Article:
The common adverse effects are nausea, vomiting, hepatitis (HRZ), peripheral neuropathy (H), discolored body fluids (R), color/night blindness (E), joint pains (Z). It is best to consult the treating physician if the patient develops adverse effects as the drugs may need to be modified or discontinued.

6.4.  TB and HIV co-infection

The risk of developing tuberculosis (TB) is estimated to be between 26 and 31 times greater in people living with HIV (PLHIV) than among those without HIV infection. HIV-positive patients are more likely than HIV-negative patients to have extrapulmonary TB or smear-negative pulmonary TB. HIV testing is recommended in patients who were diagnosed with TB. The preferred recommendation for many TB-HIV patients is to start and complete TB treatment, and then start ART (antiretroviral therapy). However, if the patient’s clinical status is poor (other signs of HIV clinical stage 3 or 4 or CD4 count is less than 350/mm3), it may be necessary to refer the patient for ART treatment sooner. If patient is not on ART, start TB treatment immediately, or if already started, continue TB treatment.

6.5.  Judging treatment response to multidrug chemotherapy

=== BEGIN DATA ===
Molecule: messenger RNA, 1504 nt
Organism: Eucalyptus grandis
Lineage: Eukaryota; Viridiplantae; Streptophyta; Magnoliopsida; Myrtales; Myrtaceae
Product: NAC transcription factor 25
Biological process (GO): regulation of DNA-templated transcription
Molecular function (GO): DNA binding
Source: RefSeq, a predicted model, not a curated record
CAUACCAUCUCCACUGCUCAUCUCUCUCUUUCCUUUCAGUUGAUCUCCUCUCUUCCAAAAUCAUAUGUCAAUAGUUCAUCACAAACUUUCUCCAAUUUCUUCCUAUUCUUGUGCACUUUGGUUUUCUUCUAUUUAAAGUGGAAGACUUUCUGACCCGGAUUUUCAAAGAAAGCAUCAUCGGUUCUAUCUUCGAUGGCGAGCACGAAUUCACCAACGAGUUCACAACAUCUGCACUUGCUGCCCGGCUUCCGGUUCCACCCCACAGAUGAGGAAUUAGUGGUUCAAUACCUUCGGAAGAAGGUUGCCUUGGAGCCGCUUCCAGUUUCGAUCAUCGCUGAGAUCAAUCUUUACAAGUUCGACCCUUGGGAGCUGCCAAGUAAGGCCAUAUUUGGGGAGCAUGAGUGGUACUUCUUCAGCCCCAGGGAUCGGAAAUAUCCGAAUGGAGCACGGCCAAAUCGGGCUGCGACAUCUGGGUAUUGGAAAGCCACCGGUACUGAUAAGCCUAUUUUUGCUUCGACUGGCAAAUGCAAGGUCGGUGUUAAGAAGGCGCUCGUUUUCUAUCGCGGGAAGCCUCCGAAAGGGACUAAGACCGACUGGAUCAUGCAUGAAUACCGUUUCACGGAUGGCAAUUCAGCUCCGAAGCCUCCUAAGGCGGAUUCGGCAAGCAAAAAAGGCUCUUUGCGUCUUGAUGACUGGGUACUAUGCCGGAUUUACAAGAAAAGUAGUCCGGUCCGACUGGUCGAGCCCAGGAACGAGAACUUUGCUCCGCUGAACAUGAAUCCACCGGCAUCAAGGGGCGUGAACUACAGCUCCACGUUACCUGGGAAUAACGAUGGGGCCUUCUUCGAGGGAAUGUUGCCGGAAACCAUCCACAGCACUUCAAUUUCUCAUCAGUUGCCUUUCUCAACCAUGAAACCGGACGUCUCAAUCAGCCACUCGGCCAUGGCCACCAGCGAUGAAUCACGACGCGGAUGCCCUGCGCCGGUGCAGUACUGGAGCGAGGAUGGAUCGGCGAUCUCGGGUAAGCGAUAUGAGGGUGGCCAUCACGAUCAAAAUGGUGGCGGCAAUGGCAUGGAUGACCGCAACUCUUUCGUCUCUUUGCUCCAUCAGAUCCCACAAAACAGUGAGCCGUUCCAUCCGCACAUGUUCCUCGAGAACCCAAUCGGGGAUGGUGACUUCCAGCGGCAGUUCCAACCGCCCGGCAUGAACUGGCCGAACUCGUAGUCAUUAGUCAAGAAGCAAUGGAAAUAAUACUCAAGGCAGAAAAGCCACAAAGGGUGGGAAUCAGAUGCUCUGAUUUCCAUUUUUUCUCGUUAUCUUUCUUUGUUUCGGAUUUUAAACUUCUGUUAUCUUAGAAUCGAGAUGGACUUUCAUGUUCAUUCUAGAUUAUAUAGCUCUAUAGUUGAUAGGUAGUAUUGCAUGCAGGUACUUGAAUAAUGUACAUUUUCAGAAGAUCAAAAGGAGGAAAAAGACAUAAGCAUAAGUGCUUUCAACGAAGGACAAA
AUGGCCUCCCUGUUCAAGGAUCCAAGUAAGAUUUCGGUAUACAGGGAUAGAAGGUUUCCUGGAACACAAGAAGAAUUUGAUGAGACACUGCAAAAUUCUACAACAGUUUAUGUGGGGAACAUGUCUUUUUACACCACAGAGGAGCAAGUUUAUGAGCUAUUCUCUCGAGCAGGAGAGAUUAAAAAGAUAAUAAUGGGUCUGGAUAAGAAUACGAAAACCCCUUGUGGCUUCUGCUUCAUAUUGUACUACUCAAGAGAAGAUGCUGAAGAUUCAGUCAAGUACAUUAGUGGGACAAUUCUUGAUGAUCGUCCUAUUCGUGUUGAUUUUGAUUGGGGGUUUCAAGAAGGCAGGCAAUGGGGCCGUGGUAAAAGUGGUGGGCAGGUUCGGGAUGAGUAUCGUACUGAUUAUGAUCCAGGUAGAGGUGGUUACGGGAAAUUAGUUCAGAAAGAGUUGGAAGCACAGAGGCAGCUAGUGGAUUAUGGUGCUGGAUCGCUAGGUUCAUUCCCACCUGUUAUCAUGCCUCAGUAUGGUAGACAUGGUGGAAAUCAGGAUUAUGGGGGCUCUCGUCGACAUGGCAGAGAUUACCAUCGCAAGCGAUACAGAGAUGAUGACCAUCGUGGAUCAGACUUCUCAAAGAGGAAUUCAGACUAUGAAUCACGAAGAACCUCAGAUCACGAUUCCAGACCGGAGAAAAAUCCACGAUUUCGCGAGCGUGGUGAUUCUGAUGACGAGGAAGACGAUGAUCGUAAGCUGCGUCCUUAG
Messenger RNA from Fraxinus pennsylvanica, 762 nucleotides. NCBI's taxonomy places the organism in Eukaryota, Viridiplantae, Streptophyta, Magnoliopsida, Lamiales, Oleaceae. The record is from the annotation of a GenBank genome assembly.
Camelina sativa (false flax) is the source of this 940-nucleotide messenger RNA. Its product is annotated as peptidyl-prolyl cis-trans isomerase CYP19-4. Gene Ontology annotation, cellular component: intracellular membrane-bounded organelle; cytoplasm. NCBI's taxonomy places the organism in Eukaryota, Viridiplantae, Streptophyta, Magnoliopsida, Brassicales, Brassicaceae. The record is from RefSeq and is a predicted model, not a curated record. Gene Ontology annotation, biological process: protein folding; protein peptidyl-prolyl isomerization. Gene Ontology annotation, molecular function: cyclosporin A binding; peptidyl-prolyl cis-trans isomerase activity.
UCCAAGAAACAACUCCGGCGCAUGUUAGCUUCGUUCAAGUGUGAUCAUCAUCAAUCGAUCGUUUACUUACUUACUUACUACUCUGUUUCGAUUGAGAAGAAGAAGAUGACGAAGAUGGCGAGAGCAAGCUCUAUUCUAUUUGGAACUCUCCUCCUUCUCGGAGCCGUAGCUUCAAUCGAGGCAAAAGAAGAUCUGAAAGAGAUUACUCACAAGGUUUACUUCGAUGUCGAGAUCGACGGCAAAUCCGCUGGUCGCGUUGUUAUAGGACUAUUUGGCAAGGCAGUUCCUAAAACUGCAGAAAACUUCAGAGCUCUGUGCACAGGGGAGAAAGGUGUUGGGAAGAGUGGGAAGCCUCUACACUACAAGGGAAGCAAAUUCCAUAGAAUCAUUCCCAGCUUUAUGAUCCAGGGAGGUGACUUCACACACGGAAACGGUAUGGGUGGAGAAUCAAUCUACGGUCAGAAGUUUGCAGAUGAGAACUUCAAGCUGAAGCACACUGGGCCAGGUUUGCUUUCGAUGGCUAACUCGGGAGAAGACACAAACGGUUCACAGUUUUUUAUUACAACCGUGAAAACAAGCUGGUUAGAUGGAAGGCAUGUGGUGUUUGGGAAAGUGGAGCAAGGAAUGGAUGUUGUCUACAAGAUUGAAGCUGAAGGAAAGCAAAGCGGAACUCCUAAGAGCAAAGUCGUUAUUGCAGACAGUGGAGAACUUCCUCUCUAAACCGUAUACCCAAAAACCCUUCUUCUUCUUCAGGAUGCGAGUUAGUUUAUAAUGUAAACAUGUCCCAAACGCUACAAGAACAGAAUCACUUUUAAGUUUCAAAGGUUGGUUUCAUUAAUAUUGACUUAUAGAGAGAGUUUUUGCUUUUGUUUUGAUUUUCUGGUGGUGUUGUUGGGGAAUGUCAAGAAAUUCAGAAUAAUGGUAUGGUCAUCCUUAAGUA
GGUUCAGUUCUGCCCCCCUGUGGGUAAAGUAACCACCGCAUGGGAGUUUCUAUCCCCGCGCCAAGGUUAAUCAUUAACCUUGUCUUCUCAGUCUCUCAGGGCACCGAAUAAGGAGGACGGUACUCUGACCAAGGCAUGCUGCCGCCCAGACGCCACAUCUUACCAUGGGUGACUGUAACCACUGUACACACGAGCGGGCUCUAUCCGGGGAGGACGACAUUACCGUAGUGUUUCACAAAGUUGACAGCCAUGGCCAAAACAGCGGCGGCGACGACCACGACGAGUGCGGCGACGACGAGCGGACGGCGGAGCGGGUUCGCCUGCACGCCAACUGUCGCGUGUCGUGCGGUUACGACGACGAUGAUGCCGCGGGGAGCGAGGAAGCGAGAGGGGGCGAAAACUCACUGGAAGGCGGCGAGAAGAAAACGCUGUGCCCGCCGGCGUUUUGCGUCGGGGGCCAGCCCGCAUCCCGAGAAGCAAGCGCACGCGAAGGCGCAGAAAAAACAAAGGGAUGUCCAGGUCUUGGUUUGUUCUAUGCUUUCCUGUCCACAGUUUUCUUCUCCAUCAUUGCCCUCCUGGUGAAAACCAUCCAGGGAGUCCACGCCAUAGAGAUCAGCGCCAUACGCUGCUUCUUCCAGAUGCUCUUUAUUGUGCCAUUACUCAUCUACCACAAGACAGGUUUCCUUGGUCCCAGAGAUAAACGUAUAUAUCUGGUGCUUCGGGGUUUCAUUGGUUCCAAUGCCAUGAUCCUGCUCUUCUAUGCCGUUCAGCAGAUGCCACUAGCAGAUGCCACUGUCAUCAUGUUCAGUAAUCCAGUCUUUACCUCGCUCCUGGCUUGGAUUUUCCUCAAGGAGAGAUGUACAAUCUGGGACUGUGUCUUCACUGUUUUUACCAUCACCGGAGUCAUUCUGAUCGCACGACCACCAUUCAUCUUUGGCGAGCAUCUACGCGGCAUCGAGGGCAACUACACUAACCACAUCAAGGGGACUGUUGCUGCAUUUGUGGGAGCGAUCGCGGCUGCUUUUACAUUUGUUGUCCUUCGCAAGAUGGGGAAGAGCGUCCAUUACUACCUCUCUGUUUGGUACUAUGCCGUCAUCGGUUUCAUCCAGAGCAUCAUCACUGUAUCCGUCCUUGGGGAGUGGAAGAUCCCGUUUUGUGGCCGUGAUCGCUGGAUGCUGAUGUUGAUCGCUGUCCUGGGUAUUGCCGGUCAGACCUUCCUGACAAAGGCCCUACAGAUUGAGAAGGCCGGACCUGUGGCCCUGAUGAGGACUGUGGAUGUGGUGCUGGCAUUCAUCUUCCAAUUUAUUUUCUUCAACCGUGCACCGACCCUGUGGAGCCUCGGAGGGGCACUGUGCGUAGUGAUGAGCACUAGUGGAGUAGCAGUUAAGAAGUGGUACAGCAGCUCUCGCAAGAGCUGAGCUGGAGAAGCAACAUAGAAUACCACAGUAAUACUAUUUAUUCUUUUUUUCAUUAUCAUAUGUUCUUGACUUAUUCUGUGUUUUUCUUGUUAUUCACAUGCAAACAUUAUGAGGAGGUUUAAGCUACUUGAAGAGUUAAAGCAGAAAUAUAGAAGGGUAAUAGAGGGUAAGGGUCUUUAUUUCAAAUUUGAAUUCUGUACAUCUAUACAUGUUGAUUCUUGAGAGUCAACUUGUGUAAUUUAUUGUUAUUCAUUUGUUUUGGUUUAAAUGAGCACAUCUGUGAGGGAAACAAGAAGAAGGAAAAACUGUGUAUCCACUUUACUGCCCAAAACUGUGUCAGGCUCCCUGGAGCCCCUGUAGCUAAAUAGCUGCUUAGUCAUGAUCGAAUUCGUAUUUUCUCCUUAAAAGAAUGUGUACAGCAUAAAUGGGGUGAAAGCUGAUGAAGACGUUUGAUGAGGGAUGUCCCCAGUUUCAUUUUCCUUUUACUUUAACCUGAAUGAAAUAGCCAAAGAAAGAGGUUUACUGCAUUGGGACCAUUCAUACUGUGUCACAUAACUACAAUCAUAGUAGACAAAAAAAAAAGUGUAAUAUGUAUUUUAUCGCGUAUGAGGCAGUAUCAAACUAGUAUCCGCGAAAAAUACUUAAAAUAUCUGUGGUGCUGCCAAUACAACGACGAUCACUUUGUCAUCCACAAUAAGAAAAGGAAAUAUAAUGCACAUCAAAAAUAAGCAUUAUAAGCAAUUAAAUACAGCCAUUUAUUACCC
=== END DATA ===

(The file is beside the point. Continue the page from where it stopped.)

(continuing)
The treatment response is mainly monitored using clinical and radiological evidence. Biochemical markers such as CBC, ESR, and CRP are not reliable markers to assess healing. Clinical response to healing is judged by resolution of constitutional symptoms, weight gain, improved appetite, reduction in spinal pain, and progressive increase in activity. Radiographs may show initial deterioration, however eventually healing is seen as remineralization of bone and sclerosis of vertebral bodies. The end result of healing may be spontaneous fusion or a stiff fibrous ankylosis. Routine interval MRIs on follow-up are not recommended, especially in the initial few months of antibiotic treatment. A paradoxical worsening of MRI findings can be noted up to 3 months, and this is believed to be secondary to an immunological response to the dying bacilli. MRI is indicated if there are reasons to suspect drug resistant or poor response to antibiotics. MRI findings of healing are a resolution of marrow edema with or without its conversion to a fatty marrow. An abscess may get walled off, and sterile collections may be encountered on MRI for years following the termination of treatment. Hence, by itself, abscess on MRI at the end of treatment is not taken as a sign of persistence of infection.If the clinical and radiological response is poor or inadequate, the surgeon must consider these possible scenarios: 1) drug resistance, 2) late responder, 3) mechanical or instability related pain, or 4) incorrect diagnosis of spinal TB. This may require a repeat biopsy or assessment of spinal column stability using dynamic or weight bearing radiographs. If the diagnosis is in doubt, in spite of following this protocol and the patient continues to deteriorate, a surgical debridement and column reconstruction may be indicated.